Australia must do “a lot better” in tackling far-right extremism, online radicalisation experts warn amid hopes that a parliamentary inquiry will help halt the accelerating threat.
“It’s important and probably long overdue,” Lydia Khalil, a research fellow and extremism expert at the Lowy Institute, told The New Daily
The probe into right-wing extremism was coincidentally launched just hours after a teenager from Albury with alleged neo-Nazi views was arrested by Australian Federal Police following claims he encouraged a mass casualty terrorist attack.
Home Affairs Minister Peter Dutton on Wednesday asked the federal Parliament’s powerful Joint Committee on Intelligence and Security to open an inquiry into ‘extremist movements and radicalism in Australia’.
The Australian Security Intelligence Organisation said recently right-wing terror accounted for up to 40 per cent of its current workload, and that an attack was possible in Australia.
The inquiry’s terms of reference ask politicians to probe both far-right and Islamist terrorism, but Labor’s Kristina Keneally – who led the charge for the investigation – said the inquiry would focus largely on the far-right.
“The responsibility we have in the parliament is to explain right-wing extremism to the community and engage the community to help us keep Australians safe,” she said.
The inquiry will investigate how extremism has been affected by the COVID pandemic, which experts say has supercharged some radical groups. It will probe whether Australia’s framework to list organisations as terror groups – which currently does not include any far-right groups, despite all other ‘Five Eyes’ intelligence partners doing so – is fit for purpose to deal with this threat.
The inquiry will also look at “the role of social media, encrypted communications platforms and the dark web” in fostering extremism – timely, considering the Royal Commission into the Christchurch terror attack found the Australian shooter had been influenced and radicalised by content on YouTube and Facebook.
Labor MP Dr Anne Aly – a globally recognised expert in counter-terrorism and a professor at Edith Cowan University before entering politics – welcomed that specific focus.
“The difference between right-wing extremism and Islamic extremism, the right-wing extremism has a lot more on the surface web … They do use social media quite frequently,” she said, as opposed to ‘dark web’ organising.
“Social media plays a unique role in spreading right-wing extremism.”
Experts ‘sounding alarm’
Just hours before the inquiry was announced, the AFP arrested an 18-year-old man who allegedly supported a mass casualty event and spoke of his potential involvement in another.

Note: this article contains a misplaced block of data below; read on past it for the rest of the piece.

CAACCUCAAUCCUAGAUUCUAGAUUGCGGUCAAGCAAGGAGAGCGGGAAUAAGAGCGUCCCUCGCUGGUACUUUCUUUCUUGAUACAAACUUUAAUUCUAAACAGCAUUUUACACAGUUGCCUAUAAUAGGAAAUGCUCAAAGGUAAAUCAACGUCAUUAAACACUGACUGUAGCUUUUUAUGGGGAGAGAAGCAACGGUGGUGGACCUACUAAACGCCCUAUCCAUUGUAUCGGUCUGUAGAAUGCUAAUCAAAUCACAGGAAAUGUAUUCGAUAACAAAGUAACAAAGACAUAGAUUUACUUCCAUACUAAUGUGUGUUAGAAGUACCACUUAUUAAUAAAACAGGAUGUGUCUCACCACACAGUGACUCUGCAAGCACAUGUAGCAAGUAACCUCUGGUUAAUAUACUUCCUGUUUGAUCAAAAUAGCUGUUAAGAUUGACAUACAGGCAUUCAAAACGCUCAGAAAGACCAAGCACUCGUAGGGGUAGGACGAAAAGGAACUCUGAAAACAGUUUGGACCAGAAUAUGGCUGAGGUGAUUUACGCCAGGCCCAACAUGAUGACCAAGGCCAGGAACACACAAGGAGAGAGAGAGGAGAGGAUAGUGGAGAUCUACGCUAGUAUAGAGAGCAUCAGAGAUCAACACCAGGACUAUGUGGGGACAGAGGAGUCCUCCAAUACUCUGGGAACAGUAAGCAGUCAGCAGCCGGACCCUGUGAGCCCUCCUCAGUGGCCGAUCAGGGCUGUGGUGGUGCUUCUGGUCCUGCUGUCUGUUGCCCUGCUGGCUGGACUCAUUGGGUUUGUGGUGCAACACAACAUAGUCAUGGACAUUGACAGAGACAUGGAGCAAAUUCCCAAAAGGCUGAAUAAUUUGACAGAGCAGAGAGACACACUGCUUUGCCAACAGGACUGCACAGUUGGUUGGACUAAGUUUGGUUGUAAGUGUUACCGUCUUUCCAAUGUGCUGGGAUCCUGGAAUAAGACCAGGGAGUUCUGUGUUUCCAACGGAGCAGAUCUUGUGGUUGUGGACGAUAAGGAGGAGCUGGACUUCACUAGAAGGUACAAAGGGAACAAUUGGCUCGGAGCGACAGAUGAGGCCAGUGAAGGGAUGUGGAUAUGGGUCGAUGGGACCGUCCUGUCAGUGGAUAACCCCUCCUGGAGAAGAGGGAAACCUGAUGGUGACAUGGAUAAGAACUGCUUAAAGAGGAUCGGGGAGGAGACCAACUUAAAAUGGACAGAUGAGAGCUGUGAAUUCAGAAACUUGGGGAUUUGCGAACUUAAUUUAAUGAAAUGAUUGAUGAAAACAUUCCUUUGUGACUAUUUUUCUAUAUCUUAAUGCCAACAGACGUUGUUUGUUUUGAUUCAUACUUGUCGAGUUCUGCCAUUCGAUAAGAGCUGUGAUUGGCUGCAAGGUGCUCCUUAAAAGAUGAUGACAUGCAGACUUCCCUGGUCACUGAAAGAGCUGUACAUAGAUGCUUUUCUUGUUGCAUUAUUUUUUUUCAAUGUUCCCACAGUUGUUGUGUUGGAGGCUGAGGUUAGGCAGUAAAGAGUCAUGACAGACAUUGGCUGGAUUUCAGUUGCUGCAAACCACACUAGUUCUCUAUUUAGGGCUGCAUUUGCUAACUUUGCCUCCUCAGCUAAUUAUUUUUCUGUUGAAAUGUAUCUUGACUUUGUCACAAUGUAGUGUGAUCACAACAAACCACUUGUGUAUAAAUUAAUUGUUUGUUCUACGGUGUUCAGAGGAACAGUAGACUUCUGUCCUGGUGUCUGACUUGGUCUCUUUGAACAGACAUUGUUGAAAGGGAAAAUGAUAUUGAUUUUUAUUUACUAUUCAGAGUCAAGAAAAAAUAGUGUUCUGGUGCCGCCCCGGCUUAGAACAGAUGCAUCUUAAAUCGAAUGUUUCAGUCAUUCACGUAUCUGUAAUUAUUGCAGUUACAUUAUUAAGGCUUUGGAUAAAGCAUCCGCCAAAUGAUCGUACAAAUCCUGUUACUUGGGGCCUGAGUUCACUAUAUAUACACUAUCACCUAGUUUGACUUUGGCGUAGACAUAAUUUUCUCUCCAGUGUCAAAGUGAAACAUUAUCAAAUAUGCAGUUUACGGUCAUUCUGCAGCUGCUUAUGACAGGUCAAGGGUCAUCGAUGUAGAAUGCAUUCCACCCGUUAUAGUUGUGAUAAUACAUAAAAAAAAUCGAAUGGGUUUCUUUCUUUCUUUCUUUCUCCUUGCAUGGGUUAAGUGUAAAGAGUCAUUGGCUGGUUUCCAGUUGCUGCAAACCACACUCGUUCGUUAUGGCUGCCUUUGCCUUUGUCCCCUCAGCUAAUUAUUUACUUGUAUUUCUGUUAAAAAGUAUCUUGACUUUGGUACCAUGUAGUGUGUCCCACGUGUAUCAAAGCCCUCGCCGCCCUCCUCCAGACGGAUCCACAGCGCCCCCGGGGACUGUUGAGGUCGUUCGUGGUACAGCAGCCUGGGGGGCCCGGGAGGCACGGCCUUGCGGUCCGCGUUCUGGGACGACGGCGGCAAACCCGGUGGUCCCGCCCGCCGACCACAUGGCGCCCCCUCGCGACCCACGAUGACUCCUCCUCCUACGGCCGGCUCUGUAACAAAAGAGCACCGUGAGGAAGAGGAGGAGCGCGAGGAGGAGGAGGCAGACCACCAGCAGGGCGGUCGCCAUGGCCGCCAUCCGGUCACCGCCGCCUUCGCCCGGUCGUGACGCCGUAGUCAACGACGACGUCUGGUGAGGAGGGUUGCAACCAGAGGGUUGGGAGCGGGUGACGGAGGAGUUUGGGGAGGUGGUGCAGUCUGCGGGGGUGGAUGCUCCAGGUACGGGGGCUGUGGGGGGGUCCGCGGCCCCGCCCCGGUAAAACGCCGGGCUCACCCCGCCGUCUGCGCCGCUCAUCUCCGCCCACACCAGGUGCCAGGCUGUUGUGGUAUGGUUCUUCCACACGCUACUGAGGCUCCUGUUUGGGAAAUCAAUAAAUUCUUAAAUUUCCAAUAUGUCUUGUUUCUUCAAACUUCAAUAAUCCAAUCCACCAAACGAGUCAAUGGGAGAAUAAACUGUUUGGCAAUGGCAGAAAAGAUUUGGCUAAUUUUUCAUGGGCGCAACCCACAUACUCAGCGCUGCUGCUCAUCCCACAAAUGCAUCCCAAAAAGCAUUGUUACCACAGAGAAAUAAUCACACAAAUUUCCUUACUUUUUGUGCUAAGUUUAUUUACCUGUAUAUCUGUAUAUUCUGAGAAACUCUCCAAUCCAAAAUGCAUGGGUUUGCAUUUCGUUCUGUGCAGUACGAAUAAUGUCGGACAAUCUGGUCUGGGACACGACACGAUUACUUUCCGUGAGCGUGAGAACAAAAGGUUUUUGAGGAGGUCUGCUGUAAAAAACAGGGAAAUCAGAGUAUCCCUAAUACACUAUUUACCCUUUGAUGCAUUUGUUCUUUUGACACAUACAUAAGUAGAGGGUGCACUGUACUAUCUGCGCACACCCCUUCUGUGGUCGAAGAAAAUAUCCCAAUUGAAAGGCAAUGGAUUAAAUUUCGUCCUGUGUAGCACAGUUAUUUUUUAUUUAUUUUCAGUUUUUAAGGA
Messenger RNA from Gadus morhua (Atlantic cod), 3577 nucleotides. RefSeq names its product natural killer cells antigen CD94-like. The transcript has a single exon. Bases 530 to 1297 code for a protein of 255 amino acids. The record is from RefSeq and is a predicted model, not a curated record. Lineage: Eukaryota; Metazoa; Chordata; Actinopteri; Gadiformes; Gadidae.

The arrest came after police said they had monitored his online activity for some time.
AFP Assistant Commissioner Scott Lee claimed the man had “extremist right-wing ideology and is focused on neo-Nazi, white supremacist and anti-Semitic material”.
Experts in extremism welcomed the parliamentary inquiry, saying the far-right threat was on the rise in Australia.
“It’s a growing threat a lot of researchers and analysts have been sounding the alarm about,” The Lowy Institute’s Ms Khalil told TND.
“It’s clear that, while jihadism remains a significant global force, what we’re seeing now in terms of emerging threats is this far-right extremism.”
She said it was important to probe how the threat was evolving in the face of the COVID pandemic, which had seen countless baseless racist conspiracy theories rocket around the world.
“But what’s not explicitly mentioned in the inquiry, and is really important, is around conspiracy theories and how that intersects with extremism,” Ms Khalil said.
“I’ve heard it said that extremism is an elaborate conspiracy in itself. I imagine in a lot of the work researchers are doing in that space, it will come up, but it would have been something to explicitly note and acknowledge.”
Dr Andre Oboler, CEO of the Online Hate Prevention Institute, said Australia has “room to improve” on how it deals with right-wing extremists. He welcomed scrutiny on how the internet is radicalising or helping in the planning of attacks, but warned the problem was bigger than simply cracking down on social media content or increasing police funding.
“We need to have this discussion because we could be doing a lot better, but it can’t just be all about new powers for government. They can’t solve this problem on their own,” Dr Oboler told TND.
He welcomed recent powerful moves from Facebook to stamp out hate speech and extremist content online.
However, Dr Oboler warned that radicals were simply moving to other, less-policed platforms that had sprung up as social media giants cracked down on extremists.
Associate professor Debra Smith, a researcher on extremism at Victoria University, said Australia could not afford to become “complacent” about evolving terror threats.
“Our current counter-terror framework was set up in an era of al-Qaeda and ISIS being the major threat,” she told TND.
“This is seemingly changing, but while the far-right extremist threat has been here for a while, the rise of this problem to be much more prominent, means it’s simply sensible to reassess if our current structures are fit for purpose.”